Whenever I get potato starch, the box says "Potato Starch Flour". I always just assumed it was for use in recipes that called for either starch or flour. Since a potato is 90% starch (completely unscientific, don't quote me) I always figured there wasn't a difference.

 

Also, corn starch has a flavor to it. I'd probably go with something neutral, much like the potato starch. Rice flour, for example.

Anjali's picture
Anjali

In that case should I try using half of a small boiled potato and reduce the liquid a little?

Anjali

 

yy's picture
yy

Hi Anjali

sorry I just saw your message. Instead of using the potato itself, maybe use the liquid you boiled it in. I've seen recipes that call for potato water, so I don't see why you couldn't boil the potatoes in milk and then strain the potatoes out. You would probably have to reduce the liquid, just as you said.

I haven't tried this recipe without any potato starch, but I don't think leaving it out will be fatal to the outcome. You may lose some softness, but the flavor should be just fine.

Wild-Yeast's picture
Wild-Yeast

I'll pray for your soul...., May you return from the land of the Pastey Face soon...,

Good Luck, Wild-Yeast

yy's picture
yy

haha thanks. your prayers give me strength :-)

Amori's picture
Amori

I've used that yummy recipe from KA's blog using European style butter and the starchy water from boiled potatoes for TG.

Thanks for the adaptations, this batch is perfect for a family of 4!  DH's salad has my least favorite condiment: Mayo therefore, I decreased the butter to 28g [plugra] and also skipped the brushing after baking. No potato starch in the pantry so I used 3 Tb of potato flakes instead and increased the milk to 248 g.

Yolk glaze: 2 Tb cream+1 yolk right after shaping and once again before baking:

Toasted w/o butter on nonstick pan a few seconds per side:

Next morning, DH filled  a few cold buns with peanut butter other with nutella then toasted them on each side with a bit of unsalted plugra butter....heavenly! Thanks again YY

yy's picture
yy

gorgeous! Plugra butter is amazing. Mass produced "American" butters taste like nothing compared to it. Is that shrimp in your sandwich? yum.

Amori's picture
Amori

You yy for your kind comments. Agreed, that butter is delicious..specially in scones! Yes, that was shrimp salad in the bun.

WarmNCrispy's picture
WarmNCrispy

Oooo! Those hotdog buns look positively delectable. I'm sure I'd certainly eat them on their own with nothing on them. Then again, I'm sure that those buns could be used for lots of different sandwiches. That Lobster Roll looks delicious! Makes me wish I was in New England right now. ;)

Anyway, going back to the subject of bread -- how may I ask did you mix the ingredients? I'm a little new to the world of breadmaking and I'm looking for the most efficient mixing appliances on the market. If someone could make a good recommendation, it'd be more than appreciated!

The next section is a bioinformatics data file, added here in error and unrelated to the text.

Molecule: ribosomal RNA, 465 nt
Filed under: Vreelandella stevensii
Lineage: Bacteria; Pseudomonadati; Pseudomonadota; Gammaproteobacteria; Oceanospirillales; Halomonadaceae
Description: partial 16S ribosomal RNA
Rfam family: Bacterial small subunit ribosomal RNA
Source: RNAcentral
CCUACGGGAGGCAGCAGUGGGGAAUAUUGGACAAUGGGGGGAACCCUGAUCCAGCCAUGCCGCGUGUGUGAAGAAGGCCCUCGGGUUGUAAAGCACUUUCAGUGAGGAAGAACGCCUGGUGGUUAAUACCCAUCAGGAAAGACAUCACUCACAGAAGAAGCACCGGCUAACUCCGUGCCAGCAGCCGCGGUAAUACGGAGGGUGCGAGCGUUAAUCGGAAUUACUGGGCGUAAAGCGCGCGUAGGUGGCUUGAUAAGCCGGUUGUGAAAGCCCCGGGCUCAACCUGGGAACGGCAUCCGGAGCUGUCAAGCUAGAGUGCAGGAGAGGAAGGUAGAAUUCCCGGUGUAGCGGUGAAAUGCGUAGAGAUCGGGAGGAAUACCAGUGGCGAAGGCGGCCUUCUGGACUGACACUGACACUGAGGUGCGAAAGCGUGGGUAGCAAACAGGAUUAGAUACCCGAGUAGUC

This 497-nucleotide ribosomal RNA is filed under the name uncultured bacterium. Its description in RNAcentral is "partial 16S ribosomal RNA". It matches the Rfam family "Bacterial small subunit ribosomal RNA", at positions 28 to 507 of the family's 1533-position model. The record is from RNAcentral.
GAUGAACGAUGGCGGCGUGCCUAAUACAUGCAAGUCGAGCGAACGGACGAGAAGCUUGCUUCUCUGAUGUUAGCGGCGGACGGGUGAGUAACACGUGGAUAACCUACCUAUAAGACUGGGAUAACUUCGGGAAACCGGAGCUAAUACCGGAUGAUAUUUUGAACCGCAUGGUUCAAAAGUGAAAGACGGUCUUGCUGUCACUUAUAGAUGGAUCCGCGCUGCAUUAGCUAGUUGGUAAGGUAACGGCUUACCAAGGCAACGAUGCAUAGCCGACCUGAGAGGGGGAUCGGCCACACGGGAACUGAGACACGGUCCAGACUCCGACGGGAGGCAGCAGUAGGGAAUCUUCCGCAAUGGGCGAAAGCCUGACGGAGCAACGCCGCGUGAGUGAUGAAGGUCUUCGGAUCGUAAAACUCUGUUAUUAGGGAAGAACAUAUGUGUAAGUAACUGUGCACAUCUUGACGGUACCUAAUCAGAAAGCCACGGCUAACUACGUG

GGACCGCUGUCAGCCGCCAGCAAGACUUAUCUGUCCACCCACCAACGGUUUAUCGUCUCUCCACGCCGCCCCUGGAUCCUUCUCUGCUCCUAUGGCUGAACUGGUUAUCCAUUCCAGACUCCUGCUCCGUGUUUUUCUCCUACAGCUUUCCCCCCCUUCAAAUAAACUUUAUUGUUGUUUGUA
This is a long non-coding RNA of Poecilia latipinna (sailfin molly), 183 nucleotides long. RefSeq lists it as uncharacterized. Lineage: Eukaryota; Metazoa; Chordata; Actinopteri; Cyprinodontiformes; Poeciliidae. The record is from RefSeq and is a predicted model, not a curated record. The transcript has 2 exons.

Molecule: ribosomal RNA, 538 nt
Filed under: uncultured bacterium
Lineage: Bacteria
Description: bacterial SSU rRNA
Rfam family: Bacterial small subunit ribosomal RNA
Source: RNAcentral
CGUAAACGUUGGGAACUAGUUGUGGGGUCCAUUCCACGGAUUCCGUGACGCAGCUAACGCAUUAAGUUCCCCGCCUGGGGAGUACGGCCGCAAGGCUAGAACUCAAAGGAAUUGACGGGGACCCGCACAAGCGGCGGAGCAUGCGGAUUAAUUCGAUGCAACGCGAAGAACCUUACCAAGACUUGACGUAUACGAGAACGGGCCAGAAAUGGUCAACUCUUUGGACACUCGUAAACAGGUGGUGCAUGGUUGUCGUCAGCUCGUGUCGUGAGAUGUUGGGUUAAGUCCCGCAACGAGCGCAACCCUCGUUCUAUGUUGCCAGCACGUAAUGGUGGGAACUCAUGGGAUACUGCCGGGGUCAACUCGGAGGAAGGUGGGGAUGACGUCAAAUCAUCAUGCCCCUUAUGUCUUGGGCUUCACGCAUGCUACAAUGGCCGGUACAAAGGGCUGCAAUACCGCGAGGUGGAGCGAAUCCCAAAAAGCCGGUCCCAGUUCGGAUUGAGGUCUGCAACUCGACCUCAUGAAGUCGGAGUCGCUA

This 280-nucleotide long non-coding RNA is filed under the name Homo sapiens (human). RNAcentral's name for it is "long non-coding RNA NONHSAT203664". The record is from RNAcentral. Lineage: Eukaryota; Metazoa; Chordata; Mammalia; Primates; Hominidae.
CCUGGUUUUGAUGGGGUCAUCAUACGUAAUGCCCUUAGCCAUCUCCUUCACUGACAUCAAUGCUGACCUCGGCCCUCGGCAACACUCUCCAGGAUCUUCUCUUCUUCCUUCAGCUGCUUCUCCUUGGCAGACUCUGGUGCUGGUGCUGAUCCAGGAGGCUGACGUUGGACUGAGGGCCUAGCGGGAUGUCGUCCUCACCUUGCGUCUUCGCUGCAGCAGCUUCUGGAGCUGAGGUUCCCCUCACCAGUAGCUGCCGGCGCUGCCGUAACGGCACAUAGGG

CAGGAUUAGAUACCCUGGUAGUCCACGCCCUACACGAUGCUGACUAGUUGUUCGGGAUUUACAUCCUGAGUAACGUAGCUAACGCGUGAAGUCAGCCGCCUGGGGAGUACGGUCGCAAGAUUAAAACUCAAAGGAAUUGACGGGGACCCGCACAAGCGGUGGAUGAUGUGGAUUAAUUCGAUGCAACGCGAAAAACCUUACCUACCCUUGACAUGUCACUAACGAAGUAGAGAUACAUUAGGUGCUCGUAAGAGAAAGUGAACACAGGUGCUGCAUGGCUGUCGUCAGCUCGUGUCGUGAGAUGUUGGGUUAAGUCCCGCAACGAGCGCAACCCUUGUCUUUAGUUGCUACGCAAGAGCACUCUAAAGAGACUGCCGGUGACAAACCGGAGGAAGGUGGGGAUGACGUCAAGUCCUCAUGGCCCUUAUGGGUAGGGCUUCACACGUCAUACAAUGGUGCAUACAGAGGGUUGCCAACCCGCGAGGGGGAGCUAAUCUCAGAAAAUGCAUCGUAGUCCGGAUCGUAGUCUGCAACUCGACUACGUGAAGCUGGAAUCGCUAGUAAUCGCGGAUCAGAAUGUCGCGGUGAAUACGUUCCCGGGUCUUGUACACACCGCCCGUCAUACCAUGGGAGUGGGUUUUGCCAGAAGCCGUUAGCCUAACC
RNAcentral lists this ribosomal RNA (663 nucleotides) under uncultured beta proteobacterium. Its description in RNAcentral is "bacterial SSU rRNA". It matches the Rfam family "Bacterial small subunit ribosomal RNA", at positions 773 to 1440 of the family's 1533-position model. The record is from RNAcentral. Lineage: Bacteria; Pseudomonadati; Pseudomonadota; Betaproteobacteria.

Either way, great photographs! I'm jealous that I can't be there to partake of these rolls. =P

yy's picture
yy

Hi WarmNCrispy.

I mixed the ingredients using my KitchenAid Pro 600. I would recommend you search for more reviews on this site, as there are many differing opinions on what the best piece of equipment is. Personally, this stand mixer has worked just fine for me, but a) I don't often work with very stiff doughs, and when I do, I use the stand mixer to incorporate the ingredients and then continue kneading by hand, and b) I used to have a smaller head-tilt kitchenaid with a less powerful motor that crapped out on me.

 

 

Yundah's picture
Yundah

I've been living in Michigan so long, and I really miss "real" hot dog buns.  I kept eyeing the bun pan in KA and thinking, "I could do that" but I hadn't gotten up the nerve? energy? to try.  You have inspired me however and I am going to do this.  Your posting was timely.  I'm heading "home" on vacation and first on my eating out list is a lobster roll, followed the next day by a clam roll.  Thanks.  

yy's picture
yy

Glad that all of us new england bun fans are coming out of the closet! I'm moving to Connecticut from California in a few weeks, so hopefully a good lobster roll will be only a short road trip away soon.

Thaichef's picture
Thaichef

Hello YY:

 What a great looking hot dog buns!  My husband is from New England and we love those buns. We can't get it from our area so we have to buy the regular buns and my husband complaints about it every time!  Not any more, Iwill make it myself.

Questions please:

1.Where do you get the pan? I will need to get one and soon. I can't  wait to surprise my husband with serving the hot dog and grilled it properly. We don't have that wonderful hot dog either but....the buns will have such a big impact that Nathan hot dog got to be good enough.

 2. "The proper amount of kneading will allow this dough to triple....".  could you clarify on this? How long, and what is the proper amount of kneading?

  Thank you very much. 

mantana

yy's picture
yy

Hi Mantana. In response to your questions: